Miran Matošević, blacksmith

Miran Matosevic blacksmith

"The smell of coal and blacksmith's fire entered my soul and I became "captured" by this craft," says Miran. The tradition of blacksmithing in the Matošević family is over a hundred years old, and it started with Miran's grandfather, passed on to his father, and has been burning in Miran's heart for over twenty years. He is the youngest blacksmith in Bosnia and Herzegovina and one of the youngest in the entire region.

Name of Craft in the local language
Miran Matošević kovač
Type of Craft
Blacksmith craft/artisan
Knowledge Holder
Miran Matošević
Location, Website
Podolac bb, 72 276 Nova Bila, Bosnia and Herzegovina Link to website
Contact
+387 63 413 516
Type of Business
Family business from home and in the space of the home.
Year of Establishment
2001
Successors
No.

Workshop and sales space
55m2
Materials
Different types of steel, metal, coal, fire, water, oil.
Technology / Tools / Machines
Blacksmith's furnace/fire, various types of pliers, tongs, hammers, scraper, press, grinder, files.
Techniques / Processes
Heating of steel until glowing, mechanical processing by knocking or hitting with different types of hammers, repetition of heating or hitting-forging, tempering of the finished product in water or oil, polishing, and grinding.
Members / Employees
1; craftsman Miran Matošević.
Apprentices
Not able to find an apprentice or a successor to ensure the continuation of the craft.
Education of the Craftsperson
He learned the craft from his grandfather and father, literally growing up by the blacksmith's fire. He completed the metal-turning craft and has over twenty years of blacksmithing experience.

Best-selling product
Metal souvenirs such as flowers or grapes, replicas of medieval shields, decorative handles, forged fences or forged details on fences, sabers, swords, forged furniture, forged balcony railings, axes, grub ax.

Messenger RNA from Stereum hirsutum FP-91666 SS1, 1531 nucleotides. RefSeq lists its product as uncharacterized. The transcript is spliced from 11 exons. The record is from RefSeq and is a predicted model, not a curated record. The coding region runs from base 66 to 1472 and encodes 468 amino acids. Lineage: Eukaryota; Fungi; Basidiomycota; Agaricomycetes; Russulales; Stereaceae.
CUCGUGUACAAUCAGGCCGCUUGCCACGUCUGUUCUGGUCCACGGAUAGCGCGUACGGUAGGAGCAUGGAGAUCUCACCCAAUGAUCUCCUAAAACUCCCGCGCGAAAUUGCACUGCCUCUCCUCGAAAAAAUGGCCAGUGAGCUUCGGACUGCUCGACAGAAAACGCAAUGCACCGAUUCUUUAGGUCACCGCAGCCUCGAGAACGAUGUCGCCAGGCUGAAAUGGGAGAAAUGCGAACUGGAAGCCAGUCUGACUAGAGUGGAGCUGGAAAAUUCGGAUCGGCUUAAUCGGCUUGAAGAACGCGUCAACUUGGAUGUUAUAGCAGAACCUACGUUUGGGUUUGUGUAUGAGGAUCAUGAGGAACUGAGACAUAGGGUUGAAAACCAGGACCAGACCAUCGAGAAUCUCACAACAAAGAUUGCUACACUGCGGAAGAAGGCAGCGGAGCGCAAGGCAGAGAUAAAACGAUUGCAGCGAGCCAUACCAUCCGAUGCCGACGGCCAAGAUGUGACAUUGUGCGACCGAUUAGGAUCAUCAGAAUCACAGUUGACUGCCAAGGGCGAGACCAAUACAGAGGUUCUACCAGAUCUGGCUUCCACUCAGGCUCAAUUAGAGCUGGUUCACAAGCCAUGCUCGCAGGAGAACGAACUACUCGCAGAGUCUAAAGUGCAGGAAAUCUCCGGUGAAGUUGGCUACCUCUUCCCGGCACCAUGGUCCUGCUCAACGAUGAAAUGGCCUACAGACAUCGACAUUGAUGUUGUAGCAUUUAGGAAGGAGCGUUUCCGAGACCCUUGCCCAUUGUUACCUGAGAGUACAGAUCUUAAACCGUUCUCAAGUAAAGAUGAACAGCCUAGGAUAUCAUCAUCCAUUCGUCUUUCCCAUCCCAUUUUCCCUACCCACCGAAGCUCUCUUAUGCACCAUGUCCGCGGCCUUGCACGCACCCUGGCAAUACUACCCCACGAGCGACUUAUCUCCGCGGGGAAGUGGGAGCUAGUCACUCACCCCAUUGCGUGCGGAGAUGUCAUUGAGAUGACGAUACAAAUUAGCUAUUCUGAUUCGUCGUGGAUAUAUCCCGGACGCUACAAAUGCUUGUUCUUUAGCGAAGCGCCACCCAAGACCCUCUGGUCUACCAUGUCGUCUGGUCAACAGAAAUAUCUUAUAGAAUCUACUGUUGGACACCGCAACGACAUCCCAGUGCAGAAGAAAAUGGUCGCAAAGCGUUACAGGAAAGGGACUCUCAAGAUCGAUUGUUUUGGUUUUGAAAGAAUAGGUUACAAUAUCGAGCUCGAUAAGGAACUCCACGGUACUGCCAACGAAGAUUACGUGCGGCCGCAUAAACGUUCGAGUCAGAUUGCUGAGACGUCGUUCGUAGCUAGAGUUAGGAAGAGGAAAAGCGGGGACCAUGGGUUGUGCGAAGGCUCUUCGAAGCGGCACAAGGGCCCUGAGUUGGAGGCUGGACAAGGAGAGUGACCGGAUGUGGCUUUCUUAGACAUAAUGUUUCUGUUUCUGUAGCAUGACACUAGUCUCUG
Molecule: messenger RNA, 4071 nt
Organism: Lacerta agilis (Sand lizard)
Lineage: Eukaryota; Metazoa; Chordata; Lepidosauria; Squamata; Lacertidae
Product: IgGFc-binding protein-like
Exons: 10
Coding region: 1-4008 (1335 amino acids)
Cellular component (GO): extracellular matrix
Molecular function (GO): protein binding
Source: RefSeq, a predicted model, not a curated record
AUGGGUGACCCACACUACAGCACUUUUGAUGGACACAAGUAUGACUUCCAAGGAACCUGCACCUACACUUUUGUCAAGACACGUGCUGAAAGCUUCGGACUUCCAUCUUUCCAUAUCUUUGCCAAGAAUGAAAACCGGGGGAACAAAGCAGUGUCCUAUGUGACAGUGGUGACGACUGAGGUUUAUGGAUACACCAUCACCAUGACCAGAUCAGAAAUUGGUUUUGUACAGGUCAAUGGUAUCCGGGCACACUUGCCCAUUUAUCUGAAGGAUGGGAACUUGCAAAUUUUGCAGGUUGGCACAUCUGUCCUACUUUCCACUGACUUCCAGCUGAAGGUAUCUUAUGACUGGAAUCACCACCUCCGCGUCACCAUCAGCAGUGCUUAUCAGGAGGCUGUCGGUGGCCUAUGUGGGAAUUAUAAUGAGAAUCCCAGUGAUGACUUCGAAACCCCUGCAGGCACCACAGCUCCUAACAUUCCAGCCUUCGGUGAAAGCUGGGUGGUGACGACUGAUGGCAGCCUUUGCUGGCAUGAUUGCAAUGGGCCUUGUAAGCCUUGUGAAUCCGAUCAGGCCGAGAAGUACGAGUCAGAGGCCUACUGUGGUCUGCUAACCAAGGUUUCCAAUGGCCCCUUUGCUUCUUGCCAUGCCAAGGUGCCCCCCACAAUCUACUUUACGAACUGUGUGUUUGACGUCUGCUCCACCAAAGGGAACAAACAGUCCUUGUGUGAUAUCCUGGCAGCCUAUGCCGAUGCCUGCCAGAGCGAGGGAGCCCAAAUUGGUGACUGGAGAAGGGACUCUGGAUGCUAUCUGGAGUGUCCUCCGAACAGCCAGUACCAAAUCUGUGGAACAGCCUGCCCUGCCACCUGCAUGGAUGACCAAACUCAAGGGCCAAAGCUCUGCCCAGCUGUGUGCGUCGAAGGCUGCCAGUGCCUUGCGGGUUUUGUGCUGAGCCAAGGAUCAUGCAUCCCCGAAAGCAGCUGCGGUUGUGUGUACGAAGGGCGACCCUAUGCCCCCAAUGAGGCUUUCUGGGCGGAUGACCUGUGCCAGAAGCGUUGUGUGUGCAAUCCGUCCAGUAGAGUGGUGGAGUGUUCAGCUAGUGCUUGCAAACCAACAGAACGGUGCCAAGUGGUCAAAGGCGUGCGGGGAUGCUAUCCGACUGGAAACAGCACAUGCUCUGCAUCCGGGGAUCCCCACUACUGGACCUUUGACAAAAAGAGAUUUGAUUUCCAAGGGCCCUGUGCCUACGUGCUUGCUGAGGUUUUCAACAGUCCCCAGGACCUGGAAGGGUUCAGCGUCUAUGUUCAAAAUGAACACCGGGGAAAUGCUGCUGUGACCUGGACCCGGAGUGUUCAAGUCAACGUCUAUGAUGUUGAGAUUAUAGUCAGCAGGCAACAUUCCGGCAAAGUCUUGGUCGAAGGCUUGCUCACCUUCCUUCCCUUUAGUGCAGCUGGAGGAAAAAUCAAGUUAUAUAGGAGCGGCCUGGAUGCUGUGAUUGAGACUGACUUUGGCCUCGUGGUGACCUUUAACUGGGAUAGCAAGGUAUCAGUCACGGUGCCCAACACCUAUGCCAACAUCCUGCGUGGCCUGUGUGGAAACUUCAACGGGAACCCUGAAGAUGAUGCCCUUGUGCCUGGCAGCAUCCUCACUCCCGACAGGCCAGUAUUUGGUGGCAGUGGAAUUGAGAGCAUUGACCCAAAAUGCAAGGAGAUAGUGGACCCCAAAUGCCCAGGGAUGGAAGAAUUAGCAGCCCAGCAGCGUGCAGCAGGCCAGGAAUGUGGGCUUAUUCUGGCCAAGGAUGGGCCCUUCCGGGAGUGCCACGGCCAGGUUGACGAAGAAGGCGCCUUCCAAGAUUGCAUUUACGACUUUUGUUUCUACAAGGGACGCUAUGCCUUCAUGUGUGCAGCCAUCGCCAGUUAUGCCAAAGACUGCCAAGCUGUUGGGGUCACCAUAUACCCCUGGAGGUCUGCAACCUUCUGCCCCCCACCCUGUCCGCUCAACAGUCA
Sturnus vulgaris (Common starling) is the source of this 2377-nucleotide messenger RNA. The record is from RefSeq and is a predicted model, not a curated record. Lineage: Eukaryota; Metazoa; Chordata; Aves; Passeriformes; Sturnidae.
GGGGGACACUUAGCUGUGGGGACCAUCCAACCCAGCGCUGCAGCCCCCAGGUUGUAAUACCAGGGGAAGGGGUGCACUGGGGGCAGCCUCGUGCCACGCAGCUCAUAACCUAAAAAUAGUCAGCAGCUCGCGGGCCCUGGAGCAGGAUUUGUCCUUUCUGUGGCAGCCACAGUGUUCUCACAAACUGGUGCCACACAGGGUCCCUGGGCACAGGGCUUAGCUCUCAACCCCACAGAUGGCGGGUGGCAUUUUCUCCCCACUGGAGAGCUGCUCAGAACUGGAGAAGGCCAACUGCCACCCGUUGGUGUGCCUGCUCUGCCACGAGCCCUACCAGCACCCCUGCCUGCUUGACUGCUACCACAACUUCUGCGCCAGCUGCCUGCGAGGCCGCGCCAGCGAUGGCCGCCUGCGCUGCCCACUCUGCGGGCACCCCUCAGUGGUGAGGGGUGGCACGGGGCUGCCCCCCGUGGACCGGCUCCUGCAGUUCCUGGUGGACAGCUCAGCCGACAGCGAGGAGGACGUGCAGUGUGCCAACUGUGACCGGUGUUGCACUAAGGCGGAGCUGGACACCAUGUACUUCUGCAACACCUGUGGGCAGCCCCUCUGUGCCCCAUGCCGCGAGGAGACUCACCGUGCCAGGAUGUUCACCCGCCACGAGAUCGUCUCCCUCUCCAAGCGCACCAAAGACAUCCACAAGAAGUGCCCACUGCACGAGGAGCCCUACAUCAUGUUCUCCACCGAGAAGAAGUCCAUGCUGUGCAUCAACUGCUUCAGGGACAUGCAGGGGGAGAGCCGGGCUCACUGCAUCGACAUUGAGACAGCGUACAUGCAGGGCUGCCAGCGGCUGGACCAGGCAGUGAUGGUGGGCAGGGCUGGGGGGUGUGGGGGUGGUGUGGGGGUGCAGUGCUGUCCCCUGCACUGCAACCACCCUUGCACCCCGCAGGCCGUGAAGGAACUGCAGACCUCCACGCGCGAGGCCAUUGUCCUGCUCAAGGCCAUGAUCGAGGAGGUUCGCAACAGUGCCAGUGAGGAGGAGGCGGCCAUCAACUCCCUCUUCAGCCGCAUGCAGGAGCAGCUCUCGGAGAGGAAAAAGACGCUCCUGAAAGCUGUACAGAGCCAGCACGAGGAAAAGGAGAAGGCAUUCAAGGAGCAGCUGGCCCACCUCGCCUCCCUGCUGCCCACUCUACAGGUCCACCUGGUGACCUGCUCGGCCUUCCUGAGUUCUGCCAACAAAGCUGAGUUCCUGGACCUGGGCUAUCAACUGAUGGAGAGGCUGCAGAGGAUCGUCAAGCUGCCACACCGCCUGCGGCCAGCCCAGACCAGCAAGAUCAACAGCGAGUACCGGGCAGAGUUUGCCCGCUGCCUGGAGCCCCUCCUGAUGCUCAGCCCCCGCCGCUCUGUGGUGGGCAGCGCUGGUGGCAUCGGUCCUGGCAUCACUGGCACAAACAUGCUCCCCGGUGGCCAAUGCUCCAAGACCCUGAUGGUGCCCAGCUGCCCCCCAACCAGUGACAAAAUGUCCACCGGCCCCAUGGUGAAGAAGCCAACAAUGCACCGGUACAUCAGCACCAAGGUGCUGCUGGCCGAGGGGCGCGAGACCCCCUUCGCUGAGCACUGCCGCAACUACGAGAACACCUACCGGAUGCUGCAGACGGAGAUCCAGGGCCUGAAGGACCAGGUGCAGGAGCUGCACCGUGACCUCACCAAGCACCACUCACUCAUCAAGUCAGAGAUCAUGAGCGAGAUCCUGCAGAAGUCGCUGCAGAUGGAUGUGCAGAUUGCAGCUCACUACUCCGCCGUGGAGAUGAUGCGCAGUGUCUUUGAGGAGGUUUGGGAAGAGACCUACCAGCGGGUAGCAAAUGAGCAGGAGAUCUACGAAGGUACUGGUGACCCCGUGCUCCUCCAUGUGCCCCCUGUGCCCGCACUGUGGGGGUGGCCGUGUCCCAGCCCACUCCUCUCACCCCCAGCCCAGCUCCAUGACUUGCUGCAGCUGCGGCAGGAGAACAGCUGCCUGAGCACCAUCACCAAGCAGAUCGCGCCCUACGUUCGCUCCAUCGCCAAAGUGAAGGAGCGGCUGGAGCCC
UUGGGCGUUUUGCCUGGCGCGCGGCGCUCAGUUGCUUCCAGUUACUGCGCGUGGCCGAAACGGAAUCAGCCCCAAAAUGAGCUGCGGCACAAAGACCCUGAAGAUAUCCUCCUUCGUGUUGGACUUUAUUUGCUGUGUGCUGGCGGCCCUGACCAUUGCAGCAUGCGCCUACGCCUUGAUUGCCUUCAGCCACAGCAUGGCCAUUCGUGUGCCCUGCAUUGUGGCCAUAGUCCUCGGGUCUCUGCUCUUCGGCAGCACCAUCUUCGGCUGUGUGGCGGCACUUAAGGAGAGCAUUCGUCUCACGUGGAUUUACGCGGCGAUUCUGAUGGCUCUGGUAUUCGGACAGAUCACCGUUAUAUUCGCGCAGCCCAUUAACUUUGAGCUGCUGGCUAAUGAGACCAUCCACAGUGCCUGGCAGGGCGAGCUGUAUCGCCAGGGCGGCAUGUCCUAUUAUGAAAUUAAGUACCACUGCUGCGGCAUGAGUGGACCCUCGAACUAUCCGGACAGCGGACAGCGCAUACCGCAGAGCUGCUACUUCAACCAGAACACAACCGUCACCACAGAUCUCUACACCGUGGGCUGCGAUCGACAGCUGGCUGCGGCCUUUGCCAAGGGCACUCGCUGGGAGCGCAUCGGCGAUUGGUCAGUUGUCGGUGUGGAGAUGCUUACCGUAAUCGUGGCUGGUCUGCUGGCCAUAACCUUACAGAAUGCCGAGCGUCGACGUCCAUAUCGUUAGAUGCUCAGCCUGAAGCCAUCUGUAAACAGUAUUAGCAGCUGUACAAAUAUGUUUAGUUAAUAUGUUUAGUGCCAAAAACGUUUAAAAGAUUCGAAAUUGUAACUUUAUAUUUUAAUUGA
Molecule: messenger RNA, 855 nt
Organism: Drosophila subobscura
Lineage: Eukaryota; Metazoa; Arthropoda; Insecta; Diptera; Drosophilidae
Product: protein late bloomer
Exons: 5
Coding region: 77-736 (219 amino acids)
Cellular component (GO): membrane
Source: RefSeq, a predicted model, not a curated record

Average time of production
A continuous all-day process.
Average price per item
35 EUR – 650 EUR

“The smell of coal and blacksmith’s fire entered my soul and I became “captured” by this craft,” says Miran. The tradition of blacksmithing in the Matošević family is over a hundred years old, and it started with Miran’s grandfather, passed on to his father, and has been burning in Miran’s heart for over twenty years. He is the youngest blacksmith in Bosnia and Herzegovina and one of the youngest in the entire region.

He learned the craft from his grandfather and father, literally growing up by the blacksmith’s fire. He completed the metal-turning craft and has over twenty years of blacksmithing experience.

Growing up with the smell of coal and a blacksmith’s fire with his grandfather and father, the love for blacksmithing crept into Miran’s heart early on. But he has only been doing this craft for a little more than 20 years. He is the youngest blacksmith in Bosnia and Herzegovina and beyond. He likes the challenge of forging and designing new artefacts, decorations for fences, and different handles for furniture. But, at the same time, he also deals with the traditional parts of blacksmithing, such as sharpening tools (hoes, scythes), knives, repairing tools and the like.

The blacksmith’s workshop is located on the ground floor of the family house where he lives. In addition to the blacksmith’s hearth that he has in the workshop, Miran also has a mobile “blacksmith’s fire,” which he is very happy to use for organizing open-air blacksmith workshops and, when necessary, for some of the local cultural and historical events.

Everything starts with fire—lighting the blacksmith’s fire. In it, the selected steel is heated, then softened and processed by hammering with different types of hammers, i.e., the forging process takes place. Forging is not an easy craft, but quite physically demanding. The process of heating and forging happens cyclically until the object is made in the desired form. After that, the object is quenched and rapidly cooled in water or oil, depending on the blacksmith’s choice and need. Often, it’s water. Next is the grinding, polishing and sharpening of the object (in the case of a knife, saber, or sword).

Best-selling products are metal souvenirs such as flowers or grapes, replicas of medieval shields, decorative handles, forged fences or forged details on fences, sabers, swords, forged furniture, forged balcony railings, axes, and grab axes. All blacksmithing requirements in terms of sharpening, repairing, and any kind of docking are also offered.